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    《TAIPEI TIMES》 CECC may release more self-pay COVID-19 jabs

    A man registers for a self-pay COVID-19 vaccination on the first day for accepting appointments at Ton Yen General Hospital in Hsinchu County yesterday.
Photo: Liao Hsueh-ju, Taipei Times

    A man registers for a self-pay COVID-19 vaccination on the first day for accepting appointments at Ton Yen General Hospital in Hsinchu County yesterday. Photo: Liao Hsueh-ju, Taipei Times

    2021/04/20 03:00

    By Lee I-chia / Staff reporter

    The Central Epidemic Command Center (CECC) yesterday said it might consider releasing more COVID-19 vaccines for self-pay inoculations, as well as expanding eligibility to more priority groups for the government-funded vaccine program.

    Several hospitals yesterday reported that they were fully booked for self-pay COVID-19 vaccines — the first day they started accepting appointments for the jabs.

    The center last week announced that starting tomorrow, 10,000 doses of the AstraZeneca COVID-19 vaccine would be offered to people who are traveling abroad for business, work, study or medical treatment at 31 designated hospitals.

    Recipients do not have to pay for the cost of the vaccine, but will have to pay for the registration, examination, injection and other administrative fees.

    National Taiwan University Hospital reported that its vaccine quota for the next two weeks was fully booked within hours of opening. Mackay Memorial Hospital in Taipei said that more than 1,300 people booked appointments for this month, and several other hospitals said they were fully booked for tomorrow.

    The 10,000 doses for self-pay vaccinations are for 5,000 people to receive two doses each, but if public demand quickly exceeds 5,000, the CECC would consider releasing more for self-pay inoculations, said Centers for Disease Control Deputy Director-General Chuang Jen-hsiang (莊人祥), who is the CECC spokesman.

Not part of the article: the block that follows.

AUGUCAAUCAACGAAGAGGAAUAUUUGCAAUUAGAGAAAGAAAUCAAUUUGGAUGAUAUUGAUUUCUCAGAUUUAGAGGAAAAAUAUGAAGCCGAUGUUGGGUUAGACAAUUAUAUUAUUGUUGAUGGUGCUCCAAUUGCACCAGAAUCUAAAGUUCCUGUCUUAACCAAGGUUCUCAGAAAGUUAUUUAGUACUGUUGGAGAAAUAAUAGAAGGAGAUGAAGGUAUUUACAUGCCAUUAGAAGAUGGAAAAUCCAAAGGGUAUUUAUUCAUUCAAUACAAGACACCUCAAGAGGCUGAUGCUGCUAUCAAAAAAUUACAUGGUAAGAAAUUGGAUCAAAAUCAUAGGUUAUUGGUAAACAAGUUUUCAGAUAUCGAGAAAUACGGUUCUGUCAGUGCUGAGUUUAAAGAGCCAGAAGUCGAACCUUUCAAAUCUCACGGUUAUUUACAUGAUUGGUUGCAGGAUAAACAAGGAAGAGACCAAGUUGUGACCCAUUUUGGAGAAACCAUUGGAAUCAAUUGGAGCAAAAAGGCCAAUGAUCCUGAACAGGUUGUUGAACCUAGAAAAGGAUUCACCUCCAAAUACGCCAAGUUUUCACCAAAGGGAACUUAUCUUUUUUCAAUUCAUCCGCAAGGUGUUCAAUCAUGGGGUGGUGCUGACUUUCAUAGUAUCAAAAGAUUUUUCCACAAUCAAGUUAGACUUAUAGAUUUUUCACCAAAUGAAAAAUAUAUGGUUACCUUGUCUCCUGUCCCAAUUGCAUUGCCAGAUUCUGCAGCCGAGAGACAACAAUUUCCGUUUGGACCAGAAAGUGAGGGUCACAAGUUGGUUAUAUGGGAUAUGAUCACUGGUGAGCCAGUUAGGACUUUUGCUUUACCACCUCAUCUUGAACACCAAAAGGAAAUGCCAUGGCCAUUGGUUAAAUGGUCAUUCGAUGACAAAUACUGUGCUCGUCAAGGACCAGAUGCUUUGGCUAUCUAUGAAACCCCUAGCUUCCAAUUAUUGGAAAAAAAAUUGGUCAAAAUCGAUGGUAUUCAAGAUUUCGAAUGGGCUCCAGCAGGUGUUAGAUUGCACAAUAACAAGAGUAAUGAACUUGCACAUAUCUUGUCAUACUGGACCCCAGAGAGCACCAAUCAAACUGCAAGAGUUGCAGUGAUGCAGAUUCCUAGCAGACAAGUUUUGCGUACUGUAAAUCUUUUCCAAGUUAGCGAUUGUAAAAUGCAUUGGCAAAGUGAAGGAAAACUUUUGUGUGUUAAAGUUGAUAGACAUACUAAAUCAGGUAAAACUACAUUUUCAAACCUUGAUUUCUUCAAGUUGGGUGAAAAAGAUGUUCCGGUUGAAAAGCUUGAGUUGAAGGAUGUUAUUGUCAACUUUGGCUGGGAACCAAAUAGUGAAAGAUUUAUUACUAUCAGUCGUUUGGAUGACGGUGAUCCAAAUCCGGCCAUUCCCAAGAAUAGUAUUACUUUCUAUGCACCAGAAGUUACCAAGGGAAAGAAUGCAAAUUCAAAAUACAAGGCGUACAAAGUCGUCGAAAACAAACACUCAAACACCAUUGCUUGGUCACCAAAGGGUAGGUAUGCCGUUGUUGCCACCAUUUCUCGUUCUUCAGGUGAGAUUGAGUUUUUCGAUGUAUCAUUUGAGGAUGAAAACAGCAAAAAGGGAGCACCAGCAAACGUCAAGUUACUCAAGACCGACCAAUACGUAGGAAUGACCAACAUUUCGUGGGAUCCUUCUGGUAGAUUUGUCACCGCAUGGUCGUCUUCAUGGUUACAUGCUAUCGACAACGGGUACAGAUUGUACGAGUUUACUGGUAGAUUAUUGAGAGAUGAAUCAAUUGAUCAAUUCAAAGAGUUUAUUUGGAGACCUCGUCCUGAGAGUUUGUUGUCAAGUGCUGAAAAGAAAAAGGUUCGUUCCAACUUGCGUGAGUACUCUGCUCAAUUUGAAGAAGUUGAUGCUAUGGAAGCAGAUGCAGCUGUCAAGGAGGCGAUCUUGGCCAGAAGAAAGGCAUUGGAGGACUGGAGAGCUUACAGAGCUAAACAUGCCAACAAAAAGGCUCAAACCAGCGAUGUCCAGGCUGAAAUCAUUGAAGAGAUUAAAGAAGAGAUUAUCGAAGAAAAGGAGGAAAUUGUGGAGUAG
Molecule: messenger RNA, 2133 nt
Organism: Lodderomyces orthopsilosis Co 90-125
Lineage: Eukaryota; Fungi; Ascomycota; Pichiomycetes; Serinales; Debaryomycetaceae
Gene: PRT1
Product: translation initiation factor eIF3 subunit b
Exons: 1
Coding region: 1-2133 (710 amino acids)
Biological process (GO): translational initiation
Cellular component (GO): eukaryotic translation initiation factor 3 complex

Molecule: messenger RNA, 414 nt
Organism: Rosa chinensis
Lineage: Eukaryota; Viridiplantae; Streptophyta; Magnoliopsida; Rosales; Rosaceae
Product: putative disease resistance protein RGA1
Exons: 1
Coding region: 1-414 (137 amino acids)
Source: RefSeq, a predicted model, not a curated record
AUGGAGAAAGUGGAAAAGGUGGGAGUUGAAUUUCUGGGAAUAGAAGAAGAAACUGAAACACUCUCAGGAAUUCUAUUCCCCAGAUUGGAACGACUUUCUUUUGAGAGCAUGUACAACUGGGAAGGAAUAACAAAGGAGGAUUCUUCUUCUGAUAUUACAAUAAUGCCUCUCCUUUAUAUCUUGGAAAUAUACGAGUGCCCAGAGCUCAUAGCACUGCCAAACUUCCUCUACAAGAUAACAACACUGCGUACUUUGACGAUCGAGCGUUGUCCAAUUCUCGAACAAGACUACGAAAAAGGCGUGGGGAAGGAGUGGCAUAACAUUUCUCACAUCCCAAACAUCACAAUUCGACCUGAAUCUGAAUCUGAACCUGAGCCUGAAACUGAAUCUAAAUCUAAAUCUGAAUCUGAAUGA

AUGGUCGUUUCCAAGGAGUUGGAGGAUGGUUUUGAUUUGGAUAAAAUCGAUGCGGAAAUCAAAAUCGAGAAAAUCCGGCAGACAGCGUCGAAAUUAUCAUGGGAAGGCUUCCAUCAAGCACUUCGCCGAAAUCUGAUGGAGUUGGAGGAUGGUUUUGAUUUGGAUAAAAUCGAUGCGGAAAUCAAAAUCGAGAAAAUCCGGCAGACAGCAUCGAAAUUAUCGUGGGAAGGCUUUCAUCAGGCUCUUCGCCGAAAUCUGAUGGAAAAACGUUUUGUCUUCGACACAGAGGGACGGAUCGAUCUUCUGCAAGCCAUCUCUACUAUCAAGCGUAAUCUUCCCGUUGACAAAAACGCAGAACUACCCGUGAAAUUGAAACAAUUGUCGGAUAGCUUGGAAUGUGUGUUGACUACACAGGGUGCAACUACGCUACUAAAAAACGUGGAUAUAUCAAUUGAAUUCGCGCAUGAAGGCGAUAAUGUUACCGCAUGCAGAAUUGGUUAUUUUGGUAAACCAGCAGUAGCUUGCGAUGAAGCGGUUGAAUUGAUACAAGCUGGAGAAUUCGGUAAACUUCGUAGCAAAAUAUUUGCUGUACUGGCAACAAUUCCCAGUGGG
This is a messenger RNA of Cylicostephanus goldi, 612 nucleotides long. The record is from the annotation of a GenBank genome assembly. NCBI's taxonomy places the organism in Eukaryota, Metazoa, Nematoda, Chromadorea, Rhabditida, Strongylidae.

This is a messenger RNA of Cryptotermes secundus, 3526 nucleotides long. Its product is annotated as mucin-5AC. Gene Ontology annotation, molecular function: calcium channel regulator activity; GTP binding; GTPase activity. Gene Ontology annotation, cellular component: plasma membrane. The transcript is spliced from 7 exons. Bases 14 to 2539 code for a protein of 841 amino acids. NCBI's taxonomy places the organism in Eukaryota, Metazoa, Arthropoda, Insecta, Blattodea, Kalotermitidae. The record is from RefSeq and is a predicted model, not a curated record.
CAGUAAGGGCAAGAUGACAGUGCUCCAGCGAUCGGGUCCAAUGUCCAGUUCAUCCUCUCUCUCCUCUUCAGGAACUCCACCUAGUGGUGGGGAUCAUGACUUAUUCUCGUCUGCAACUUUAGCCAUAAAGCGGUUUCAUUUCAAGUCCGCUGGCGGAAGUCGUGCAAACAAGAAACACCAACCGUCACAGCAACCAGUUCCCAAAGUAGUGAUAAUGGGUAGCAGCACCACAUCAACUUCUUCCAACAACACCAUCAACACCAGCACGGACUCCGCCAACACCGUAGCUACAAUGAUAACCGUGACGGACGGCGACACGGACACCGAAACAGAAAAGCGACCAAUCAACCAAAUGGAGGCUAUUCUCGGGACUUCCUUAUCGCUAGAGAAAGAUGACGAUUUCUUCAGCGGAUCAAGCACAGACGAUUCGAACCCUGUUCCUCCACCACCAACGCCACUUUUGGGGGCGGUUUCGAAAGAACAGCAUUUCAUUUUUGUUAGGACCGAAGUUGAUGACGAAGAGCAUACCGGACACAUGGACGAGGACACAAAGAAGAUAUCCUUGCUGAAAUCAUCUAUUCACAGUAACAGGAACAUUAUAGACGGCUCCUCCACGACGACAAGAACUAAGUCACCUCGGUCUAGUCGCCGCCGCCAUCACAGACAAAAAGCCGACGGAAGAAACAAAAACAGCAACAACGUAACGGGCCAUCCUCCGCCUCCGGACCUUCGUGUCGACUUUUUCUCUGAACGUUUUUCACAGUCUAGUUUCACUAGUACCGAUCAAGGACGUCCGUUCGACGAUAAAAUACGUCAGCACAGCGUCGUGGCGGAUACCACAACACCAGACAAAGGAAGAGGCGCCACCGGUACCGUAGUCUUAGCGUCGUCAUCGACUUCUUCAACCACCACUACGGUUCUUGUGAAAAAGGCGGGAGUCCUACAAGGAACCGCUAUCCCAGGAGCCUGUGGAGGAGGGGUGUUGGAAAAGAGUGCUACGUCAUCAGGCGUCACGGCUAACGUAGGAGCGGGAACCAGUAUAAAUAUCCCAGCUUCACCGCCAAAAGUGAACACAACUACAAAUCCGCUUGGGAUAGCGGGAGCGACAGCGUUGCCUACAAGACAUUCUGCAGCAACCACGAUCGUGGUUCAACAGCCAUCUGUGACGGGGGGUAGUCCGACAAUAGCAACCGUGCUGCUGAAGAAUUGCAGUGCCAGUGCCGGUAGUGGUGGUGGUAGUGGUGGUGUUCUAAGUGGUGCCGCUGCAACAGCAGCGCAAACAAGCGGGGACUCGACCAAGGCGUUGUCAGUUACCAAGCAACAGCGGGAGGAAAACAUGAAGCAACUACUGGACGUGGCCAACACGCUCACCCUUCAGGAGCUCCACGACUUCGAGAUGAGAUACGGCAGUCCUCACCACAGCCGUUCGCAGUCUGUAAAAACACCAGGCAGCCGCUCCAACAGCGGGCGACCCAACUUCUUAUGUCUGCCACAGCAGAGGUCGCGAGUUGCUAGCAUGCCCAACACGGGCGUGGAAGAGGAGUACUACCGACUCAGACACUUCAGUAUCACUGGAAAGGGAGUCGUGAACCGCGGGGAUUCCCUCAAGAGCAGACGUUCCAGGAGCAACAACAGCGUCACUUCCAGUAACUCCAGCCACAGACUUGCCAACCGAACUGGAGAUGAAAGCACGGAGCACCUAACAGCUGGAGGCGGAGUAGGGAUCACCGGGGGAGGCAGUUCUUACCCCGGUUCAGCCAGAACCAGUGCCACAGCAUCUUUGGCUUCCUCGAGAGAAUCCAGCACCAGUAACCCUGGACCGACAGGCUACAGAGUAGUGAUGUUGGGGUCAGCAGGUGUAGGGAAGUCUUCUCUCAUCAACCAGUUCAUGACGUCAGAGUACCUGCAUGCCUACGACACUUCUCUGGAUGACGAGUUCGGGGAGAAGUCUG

The CECC will pay close attention to the rollout of self-pay vaccines when it starts tomorrow, he said.

    The CECC is also monitoring the government-funded vaccination program and might consider expanding eligibility to more priority groups, he added.

    Only 28 people were vaccinated on Saturday, raising the total number of vaccinated people in Taiwan to 32,450, he said.

    An additional 24 reports of adverse reactions after vaccination were reported in the past few days, he said.

    That includes one case of a suspected serious adverse event — a woman in her 20s who reported fatigue, muscle soreness, chills, a fever, joint pain, nausea and pain at the injection site on the day she was vaccinated, but her symptoms have been relieved, Chuang said.

    A previously reported case of a mild adverse event was later deemed by the Food and Drug Administration as a likely case of a serious allergic reaction to the vaccine, adding to a total of three cases in the nation so far, he said.

    That was a woman in her 50s, who reported swelling and numbness in the mouth and tip of the tongue, nausea, a fever, shortness of breath and hypertension about 10 minutes after receiving a vaccine shot, but her symptoms were relieved after taking drugs to treat allergies and she was discharged from the hospital that night.

    The CECC also reported three imported cases of COVID-19 — two Filipinas and an Indian man who came to work in Taiwan. None of them had any symptoms.

    The two Filipinas in their 30s arrived on April 4 and tested positive after ending centralized quarantine on Saturday, Chuang said.

    The Indian man, who is in his 20s, arrived on April 2, completed quarantine at a hotel and tested positive in a paid test on Saturday, Chuang said.

    新聞來源:TAIPEI TIMES

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